Considering that health is not restricted to the treatment of diseases, but encompasses a biopsychosocial well-being, including preventive and health promotion measures, it is stressed that children, adolescents, adults or the elderly, all persons in different contexts, need access to Health Education in order to better understand the environment in which they live. It is precisely this understanding that allows for the development of adequate activities, and can help the “biological” model to be gradually replaced by a biopsychosocial conception of health (Santos, Moreira, Rocha, & Ribeiro, 2011; Barba, Martinez, & Carrasco, 2003) .

Thus, in the following section, we present greater detail with regards to the complexity of prevention, facilitated by the circumstances of health education that can be inserted throughout the human lifespan.

3. Education as an Aid in Preventative Health of the Elderly

Education, which is the subject of great discussions at the global level, has been progressively influencing the daily lives of people, society and governments, a fact commented on by Delors (2005) , when he comments on education as the key to economic evolution, which can prevent unemployment, aid technological growth, as well as steer other issues involving the progress of society and people.

Complementing the commentary, we find that “education seems to have been perpetually in crisis in our century, at least if we take into account the insistent voices of alarm that have long warned us about it” (Savater, 1998: p. 17) , a fact that deserves attention and which should serve as an alert to search for new actions, which make it possible to change this scenario.

Based on the reflections of these authors, and knowing that Education is fundamentally based on the formation of people, it is important that it be made available to all citizens, regardless of their social situation, the environment in which they live and their age .

Considering the factors and environments that are involved in this theme, the family environment is where the individual starts their training, from the personnel to those related to values, beliefs and ethical principles.

On this fact, Savater (1998: p. 69) comments that individuals “before contacting their teachers, have already widely experienced the educational influence of their family environment and social environment, which will continue to be a determining factor”. So, if, on the one hand, formation begins in the family environment, how does it perpetuate itself throughout life, how does formation (or education) occur in adulthood? How do we keep learning? In what environments? In what way? With what tools?

Considering that this article deals with the issues that affect the health, welfare and quality of life of the elderly, let us look at some issues that involve the education process of this sector of the population in particular.

An extremely important factor to start this reflection stems from increasing data regarding population and life expectancy of the population, as previously noted. In addition, according to data from the Brazilian Institute of Geography and Statistics (IBGE). The life expectancy in Brazil rose in 2013 to 74.9 years of age for both sexes, and the mortality rate decreased, with fewer women in this category (Cardoso, 2014) .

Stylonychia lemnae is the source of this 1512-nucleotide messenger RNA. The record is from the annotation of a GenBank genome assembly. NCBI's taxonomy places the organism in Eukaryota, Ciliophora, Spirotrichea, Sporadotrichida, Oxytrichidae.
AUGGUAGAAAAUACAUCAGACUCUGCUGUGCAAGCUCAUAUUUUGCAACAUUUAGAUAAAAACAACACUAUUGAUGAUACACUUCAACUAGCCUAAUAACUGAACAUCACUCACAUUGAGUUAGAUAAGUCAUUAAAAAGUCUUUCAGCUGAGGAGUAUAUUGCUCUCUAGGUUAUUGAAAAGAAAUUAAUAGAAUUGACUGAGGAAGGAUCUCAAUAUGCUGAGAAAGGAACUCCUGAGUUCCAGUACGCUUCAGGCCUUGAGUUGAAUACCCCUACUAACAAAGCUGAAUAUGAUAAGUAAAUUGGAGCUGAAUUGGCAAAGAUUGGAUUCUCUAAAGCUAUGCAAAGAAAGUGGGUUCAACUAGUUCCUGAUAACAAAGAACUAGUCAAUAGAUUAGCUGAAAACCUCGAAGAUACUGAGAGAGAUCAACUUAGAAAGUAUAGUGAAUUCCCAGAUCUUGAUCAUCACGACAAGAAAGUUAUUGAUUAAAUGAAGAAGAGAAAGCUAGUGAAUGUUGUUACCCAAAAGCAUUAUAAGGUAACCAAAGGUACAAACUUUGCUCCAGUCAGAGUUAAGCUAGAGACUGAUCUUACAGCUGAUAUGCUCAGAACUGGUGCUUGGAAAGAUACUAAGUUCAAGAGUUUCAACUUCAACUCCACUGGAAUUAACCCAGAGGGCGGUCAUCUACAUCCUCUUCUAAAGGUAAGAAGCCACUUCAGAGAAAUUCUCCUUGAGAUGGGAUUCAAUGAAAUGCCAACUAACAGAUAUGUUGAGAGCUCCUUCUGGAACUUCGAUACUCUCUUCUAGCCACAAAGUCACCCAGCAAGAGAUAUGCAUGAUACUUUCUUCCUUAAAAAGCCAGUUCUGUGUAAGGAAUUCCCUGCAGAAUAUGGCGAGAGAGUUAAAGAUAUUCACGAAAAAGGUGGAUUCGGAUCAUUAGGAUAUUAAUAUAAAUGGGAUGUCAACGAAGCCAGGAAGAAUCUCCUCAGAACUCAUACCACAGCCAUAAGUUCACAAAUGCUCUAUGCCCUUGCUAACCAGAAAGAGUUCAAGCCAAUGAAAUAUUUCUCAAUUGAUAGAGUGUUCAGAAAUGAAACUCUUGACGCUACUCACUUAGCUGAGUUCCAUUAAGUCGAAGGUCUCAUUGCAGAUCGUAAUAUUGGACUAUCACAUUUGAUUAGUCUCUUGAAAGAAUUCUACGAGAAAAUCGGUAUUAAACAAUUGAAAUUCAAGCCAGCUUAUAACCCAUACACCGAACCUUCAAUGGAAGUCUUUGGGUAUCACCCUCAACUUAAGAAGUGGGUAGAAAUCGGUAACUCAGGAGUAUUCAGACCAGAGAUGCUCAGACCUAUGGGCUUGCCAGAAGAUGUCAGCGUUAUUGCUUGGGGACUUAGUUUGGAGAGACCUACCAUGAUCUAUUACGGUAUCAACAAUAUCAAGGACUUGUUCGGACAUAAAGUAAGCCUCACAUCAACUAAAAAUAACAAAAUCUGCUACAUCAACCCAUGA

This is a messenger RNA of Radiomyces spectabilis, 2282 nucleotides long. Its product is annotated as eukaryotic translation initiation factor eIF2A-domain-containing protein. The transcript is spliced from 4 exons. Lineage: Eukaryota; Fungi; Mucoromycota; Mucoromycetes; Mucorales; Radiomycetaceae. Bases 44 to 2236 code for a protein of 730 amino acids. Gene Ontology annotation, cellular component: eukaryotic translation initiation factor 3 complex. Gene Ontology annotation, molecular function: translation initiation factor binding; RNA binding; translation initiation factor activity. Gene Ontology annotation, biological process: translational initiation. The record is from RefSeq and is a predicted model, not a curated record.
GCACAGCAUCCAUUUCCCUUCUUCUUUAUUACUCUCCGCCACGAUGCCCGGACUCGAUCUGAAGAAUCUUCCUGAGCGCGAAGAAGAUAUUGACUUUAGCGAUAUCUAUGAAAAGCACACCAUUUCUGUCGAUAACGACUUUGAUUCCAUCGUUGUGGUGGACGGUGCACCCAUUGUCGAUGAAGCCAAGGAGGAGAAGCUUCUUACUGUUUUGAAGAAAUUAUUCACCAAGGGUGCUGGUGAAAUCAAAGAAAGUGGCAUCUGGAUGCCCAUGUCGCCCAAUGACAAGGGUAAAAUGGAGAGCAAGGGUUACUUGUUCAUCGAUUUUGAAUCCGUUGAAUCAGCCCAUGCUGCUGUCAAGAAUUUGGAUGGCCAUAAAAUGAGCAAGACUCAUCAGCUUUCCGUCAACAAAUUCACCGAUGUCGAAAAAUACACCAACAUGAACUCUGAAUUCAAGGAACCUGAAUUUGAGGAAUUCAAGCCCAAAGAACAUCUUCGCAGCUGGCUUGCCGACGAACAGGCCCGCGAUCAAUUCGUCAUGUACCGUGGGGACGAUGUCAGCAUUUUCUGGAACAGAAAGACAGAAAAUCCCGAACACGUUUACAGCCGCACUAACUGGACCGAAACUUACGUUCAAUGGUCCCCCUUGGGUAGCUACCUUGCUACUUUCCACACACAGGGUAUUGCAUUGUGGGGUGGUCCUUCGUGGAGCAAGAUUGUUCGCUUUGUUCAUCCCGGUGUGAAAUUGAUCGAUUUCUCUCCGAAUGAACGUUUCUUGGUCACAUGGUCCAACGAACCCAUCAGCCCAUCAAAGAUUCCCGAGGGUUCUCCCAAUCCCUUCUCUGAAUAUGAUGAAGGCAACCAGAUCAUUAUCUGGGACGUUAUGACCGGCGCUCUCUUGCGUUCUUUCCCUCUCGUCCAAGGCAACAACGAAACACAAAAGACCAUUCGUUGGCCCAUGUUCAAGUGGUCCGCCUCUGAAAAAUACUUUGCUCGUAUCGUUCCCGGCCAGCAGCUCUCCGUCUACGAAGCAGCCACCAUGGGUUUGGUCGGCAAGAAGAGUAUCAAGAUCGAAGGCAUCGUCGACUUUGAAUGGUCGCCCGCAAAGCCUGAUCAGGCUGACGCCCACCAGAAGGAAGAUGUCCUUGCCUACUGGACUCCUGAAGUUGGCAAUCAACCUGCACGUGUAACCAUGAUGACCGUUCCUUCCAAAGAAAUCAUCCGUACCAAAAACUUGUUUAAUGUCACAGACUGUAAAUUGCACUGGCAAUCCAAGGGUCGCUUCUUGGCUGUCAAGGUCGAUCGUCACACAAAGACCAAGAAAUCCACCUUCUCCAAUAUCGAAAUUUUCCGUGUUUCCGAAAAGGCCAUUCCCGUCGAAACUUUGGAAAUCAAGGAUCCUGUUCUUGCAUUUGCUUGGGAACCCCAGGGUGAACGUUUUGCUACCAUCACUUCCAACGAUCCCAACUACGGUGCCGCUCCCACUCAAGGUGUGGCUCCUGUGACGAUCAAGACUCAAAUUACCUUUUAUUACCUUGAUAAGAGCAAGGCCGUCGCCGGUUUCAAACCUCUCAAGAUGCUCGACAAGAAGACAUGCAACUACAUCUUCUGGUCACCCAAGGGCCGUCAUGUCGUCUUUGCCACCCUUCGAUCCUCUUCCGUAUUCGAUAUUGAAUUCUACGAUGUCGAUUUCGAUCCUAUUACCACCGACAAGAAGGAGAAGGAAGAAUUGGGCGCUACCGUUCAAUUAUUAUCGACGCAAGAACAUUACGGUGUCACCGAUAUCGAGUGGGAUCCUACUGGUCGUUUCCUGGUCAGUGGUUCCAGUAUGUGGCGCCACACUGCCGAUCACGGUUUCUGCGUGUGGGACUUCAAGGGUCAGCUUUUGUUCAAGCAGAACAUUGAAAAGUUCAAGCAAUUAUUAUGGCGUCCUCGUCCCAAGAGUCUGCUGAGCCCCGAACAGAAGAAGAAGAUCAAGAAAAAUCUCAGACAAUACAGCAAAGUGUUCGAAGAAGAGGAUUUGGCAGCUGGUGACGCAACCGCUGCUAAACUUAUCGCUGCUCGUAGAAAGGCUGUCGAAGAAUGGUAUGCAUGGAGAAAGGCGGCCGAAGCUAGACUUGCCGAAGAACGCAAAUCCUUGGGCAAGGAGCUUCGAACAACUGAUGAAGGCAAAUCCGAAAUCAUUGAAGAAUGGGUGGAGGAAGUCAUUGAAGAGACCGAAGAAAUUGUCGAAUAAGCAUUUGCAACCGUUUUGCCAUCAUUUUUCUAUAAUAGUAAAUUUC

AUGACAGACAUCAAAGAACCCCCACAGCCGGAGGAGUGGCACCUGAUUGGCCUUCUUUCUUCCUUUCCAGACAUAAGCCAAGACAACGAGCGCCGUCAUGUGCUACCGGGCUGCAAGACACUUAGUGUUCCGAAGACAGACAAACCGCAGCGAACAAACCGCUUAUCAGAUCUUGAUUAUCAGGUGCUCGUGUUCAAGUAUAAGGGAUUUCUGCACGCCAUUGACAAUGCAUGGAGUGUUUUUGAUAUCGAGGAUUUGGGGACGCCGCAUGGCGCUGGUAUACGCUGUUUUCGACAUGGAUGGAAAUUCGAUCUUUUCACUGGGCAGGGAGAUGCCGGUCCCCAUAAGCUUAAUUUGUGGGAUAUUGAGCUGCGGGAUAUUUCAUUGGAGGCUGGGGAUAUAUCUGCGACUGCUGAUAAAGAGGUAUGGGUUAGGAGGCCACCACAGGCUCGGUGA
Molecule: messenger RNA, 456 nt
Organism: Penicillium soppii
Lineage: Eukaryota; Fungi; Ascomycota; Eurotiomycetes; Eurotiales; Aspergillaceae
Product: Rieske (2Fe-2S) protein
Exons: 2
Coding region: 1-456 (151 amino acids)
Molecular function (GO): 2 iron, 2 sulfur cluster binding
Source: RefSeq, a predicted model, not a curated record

The data shows that there are also programs being implemented directed to the elderly, such as: the creation of the elderly status, benefits in purchasing more affordable medicines, among others, that allow for greater care of this portion of the population and contribute to a healthier life, from prevention to the treatment of diseases (Cardoso, 2014) .

Concerning this audience and the issues that are related to them, and relating to the previous subtitle, Júlio (2009: p. 90) comments that:

Three major challenges present themselves for the near future. The first one is to retrain people into our work cycles, as well as to develop appropriate roles for these veteran armies. The second is to ensure differentiated health care for this population, such as cancer prevention, control of hypertension and diabetes. It is not enough to live longer. It is necessary to live well, which will allow the continuation of productive activity.

Two issues stand out from this quotation: the first in relation to the empowerment of people, or retraining, as the author says, and the second, differentiated health care. Regarding empowerment, it is important to comment that every person, throughout their life, continues to learn, in different ways, at different times, considering the stimuli given, the environments in which they live, the relationships they establish, how they care for their health, and many other issues that involve each individual. Every older person keeps learning.

An important contribution is that of Mosquera & Stobäus (1983: p. 87) , who refer to the third stage of adult life, when they say that:

The last sub-phase is approximately between the ages of 60 and 65, which we termed the final middle adulthood or old pre-adulthood. Here would be problems such as retirement, withdrawal from work, a phenomena for workers around the world, as well as the failure to develop a life of leisure. It is at this moment that we could really question, in a very profound way, because we only know how to do domestic or professional obligations, because we do not learn to cherish our hobbies, ambitions and dreams.